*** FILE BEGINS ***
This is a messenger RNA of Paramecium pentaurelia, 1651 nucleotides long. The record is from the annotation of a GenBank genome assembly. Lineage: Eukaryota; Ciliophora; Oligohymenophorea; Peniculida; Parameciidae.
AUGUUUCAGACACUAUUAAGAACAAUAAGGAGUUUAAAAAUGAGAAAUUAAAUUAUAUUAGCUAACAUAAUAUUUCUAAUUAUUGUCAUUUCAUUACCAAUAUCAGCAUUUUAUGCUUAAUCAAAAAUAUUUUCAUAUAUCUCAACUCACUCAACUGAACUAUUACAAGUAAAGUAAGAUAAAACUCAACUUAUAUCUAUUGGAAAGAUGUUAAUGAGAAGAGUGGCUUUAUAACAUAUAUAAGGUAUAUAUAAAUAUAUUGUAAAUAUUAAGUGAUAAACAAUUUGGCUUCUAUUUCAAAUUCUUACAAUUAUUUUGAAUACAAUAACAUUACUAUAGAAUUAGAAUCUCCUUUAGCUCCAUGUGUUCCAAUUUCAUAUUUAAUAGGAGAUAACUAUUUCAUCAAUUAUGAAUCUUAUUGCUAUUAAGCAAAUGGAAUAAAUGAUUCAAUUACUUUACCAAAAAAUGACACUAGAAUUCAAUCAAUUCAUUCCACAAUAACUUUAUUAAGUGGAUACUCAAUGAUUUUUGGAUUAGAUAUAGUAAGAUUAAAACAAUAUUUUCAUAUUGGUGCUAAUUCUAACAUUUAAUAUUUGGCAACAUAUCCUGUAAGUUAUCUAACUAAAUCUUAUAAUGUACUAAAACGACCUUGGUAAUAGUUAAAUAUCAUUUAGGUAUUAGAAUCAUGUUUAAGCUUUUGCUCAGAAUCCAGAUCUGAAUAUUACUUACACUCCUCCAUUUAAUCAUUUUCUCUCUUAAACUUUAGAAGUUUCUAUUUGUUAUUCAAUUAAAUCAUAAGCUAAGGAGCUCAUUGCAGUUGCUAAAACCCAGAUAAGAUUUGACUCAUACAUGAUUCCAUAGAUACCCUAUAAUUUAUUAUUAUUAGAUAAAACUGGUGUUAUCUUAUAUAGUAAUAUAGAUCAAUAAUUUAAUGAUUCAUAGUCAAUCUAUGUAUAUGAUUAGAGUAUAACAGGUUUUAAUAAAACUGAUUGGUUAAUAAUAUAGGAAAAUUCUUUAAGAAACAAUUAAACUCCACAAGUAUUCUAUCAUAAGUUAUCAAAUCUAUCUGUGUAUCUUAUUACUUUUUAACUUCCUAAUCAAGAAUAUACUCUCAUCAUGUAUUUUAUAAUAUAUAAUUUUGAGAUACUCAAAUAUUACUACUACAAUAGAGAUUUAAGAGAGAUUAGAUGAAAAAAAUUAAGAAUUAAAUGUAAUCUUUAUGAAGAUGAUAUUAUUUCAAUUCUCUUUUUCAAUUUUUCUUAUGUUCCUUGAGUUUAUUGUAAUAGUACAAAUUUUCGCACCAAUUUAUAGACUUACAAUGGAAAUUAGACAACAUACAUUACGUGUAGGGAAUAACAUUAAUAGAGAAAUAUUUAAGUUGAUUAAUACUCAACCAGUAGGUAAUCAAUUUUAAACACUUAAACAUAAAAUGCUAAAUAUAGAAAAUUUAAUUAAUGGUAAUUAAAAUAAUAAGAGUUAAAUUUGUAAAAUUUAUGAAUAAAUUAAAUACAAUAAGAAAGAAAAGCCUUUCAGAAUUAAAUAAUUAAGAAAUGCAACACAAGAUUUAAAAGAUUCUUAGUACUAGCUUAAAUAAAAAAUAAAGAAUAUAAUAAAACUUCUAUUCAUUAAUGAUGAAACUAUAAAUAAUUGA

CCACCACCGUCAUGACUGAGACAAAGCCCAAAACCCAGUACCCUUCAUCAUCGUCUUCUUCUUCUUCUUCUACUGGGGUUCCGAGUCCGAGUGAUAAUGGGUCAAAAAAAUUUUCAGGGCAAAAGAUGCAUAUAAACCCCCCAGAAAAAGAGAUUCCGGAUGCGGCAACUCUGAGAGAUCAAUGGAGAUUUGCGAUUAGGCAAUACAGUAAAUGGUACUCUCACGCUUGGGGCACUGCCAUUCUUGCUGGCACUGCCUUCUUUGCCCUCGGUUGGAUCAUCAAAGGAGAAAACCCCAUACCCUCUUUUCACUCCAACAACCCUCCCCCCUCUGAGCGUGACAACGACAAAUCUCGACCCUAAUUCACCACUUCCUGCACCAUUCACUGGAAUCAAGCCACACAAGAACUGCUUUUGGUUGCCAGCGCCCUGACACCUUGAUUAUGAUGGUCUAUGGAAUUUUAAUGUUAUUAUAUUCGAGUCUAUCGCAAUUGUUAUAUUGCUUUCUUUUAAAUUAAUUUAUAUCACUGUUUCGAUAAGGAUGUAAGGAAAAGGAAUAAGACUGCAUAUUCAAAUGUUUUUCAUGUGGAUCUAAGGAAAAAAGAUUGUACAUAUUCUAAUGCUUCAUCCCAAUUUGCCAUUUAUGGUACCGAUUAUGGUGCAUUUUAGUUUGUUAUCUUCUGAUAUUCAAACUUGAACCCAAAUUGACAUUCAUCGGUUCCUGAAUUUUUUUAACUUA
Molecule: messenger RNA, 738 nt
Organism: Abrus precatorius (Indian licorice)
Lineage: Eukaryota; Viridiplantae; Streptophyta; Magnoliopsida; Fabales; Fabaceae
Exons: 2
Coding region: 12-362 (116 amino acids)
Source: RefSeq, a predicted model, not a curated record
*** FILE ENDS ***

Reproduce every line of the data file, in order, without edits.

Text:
This is a messenger RNA of Paramecium pentaurelia, 1651 nucleotides long. The record is from the annotation of a GenBank genome assembly. Lineage: Eukaryota; Ciliophora; Oligohymenophorea; Peniculida; Parameciidae.
AUGUUUCAGACACUAUUAAGAACAAUAAGGAGUUUAAAAAUGAGAAAUUAAAUUAUAUUAGCUAACAUAAUAUUUCUAAUUAUUGUCAUUUCAUUACCAAUAUCAGCAUUUUAUGCUUAAUCAAAAAUAUUUUCAUAUAUCUCAACUCACUCAACUGAACUAUUACAAGUAAAGUAAGAUAAAACUCAACUUAUAUCUAUUGGAAAGAUGUUAAUGAGAAGAGUGGCUUUAUAACAUAUAUAAGGUAUAUAUAAAUAUAUUGUAAAUAUUAAGUGAUAAACAAUUUGGCUUCUAUUUCAAAUUCUUACAAUUAUUUUGAAUACAAUAACAUUACUAUAGAAUUAGAAUCUCCUUUAGCUCCAUGUGUUCCAAUUUCAUAUUUAAUAGGAGAUAACUAUUUCAUCAAUUAUGAAUCUUAUUGCUAUUAAGCAAAUGGAAUAAAUGAUUCAAUUACUUUACCAAAAAAUGACACUAGAAUUCAAUCAAUUCAUUCCACAAUAACUUUAUUAAGUGGAUACUCAAUGAUUUUUGGAUUAGAUAUAGUAAGAUUAAAACAAUAUUUUCAUAUUGGUGCUAAUUCUAACAUUUAAUAUUUGGCAACAUAUCCUGUAAGUUAUCUAACUAAAUCUUAUAAUGUACUAAAACGACCUUGGUAAUAGUUAAAUAUCAUUUAGGUAUUAGAAUCAUGUUUAAGCUUUUGCUCAGAAUCCAGAUCUGAAUAUUACUUACACUCCUCCAUUUAAUCAUUUUCUCUCUUAAACUUUAGAAGUUUCUAUUUGUUAUUCAAUUAAAUCAUAAGCUAAGGAGCUCAUUGCAGUUGCUAAAACCCAGAUAAGAUUUGACUCAUACAUGAUUCCAUAGAUACCCUAUAAUUUAUUAUUAUUAGAUAAAACUGGUGUUAUCUUAUAUAGUAAUAUAGAUCAAUAAUUUAAUGAUUCAUAGUCAAUCUAUGUAUAUGAUUAGAGUAUAACAGGUUUUAAUAAAACUGAUUGGUUAAUAAUAUAGGAAAAUUCUUUAAGAAACAAUUAAACUCCACAAGUAUUCUAUCAUAAGUUAUCAAAUCUAUCUGUGUAUCUUAUUACUUUUUAACUUCCUAAUCAAGAAUAUACUCUCAUCAUGUAUUUUAUAAUAUAUAAUUUUGAGAUACUCAAAUAUUACUACUACAAUAGAGAUUUAAGAGAGAUUAGAUGAAAAAAAUUAAGAAUUAAAUGUAAUCUUUAUGAAGAUGAUAUUAUUUCAAUUCUCUUUUUCAAUUUUUCUUAUGUUCCUUGAGUUUAUUGUAAUAGUACAAAUUUUCGCACCAAUUUAUAGACUUACAAUGGAAAUUAGACAACAUACAUUACGUGUAGGGAAUAACAUUAAUAGAGAAAUAUUUAAGUUGAUUAAUACUCAACCAGUAGGUAAUCAAUUUUAAACACUUAAACAUAAAAUGCUAAAUAUAGAAAAUUUAAUUAAUGGUAAUUAAAAUAAUAAGAGUUAAAUUUGUAAAAUUUAUGAAUAAAUUAAAUACAAUAAGAAAGAAAAGCCUUUCAGAAUUAAAUAAUUAAGAAAUGCAACACAAGAUUUAAAAGAUUCUUAGUACUAGCUUAAAUAAAAAAUAAAGAAUAUAAUAAAACUUCUAUUCAUUAAUGAUGAAACUAUAAAUAAUUGA

CCACCACCGUCAUGACUGAGACAAAGCCCAAAACCCAGUACCCUUCAUCAUCGUCUUCUUCUUCUUCUUCUACUGGGGUUCCGAGUCCGAGUGAUAAUGGGUCAAAAAAAUUUUCAGGGCAAAAGAUGCAUAUAAACCCCCCAGAAAAAGAGAUUCCGGAUGCGGCAACUCUGAGAGAUCAAUGGAGAUUUGCGAUUAGGCAAUACAGUAAAUGGUACUCUCACGCUUGGGGCACUGCCAUUCUUGCUGGCACUGCCUUCUUUGCCCUCGGUUGGAUCAUCAAAGGAGAAAACCCCAUACCCUCUUUUCACUCCAACAACCCUCCCCCCUCUGAGCGUGACAACGACAAAUCUCGACCCUAAUUCACCACUUCCUGCACCAUUCACUGGAAUCAAGCCACACAAGAACUGCUUUUGGUUGCCAGCGCCCUGACACCUUGAUUAUGAUGGUCUAUGGAAUUUUAAUGUUAUUAUAUUCGAGUCUAUCGCAAUUGUUAUAUUGCUUUCUUUUAAAUUAAUUUAUAUCACUGUUUCGAUAAGGAUGUAAGGAAAAGGAAUAAGACUGCAUAUUCAAAUGUUUUUCAUGUGGAUCUAAGGAAAAAAGAUUGUACAUAUUCUAAUGCUUCAUCCCAAUUUGCCAUUUAUGGUACCGAUUAUGGUGCAUUUUAGUUUGUUAUCUUCUGAUAUUCAAACUUGAACCCAAAUUGACAUUCAUCGGUUCCUGAAUUUUUUUAACUUA
Molecule: messenger RNA, 738 nt
Organism: Abrus precatorius (Indian licorice)
Lineage: Eukaryota; Viridiplantae; Streptophyta; Magnoliopsida; Fabales; Fabaceae
Exons: 2
Coding region: 12-362 (116 amino acids)
Source: RefSeq, a predicted model, not a curated record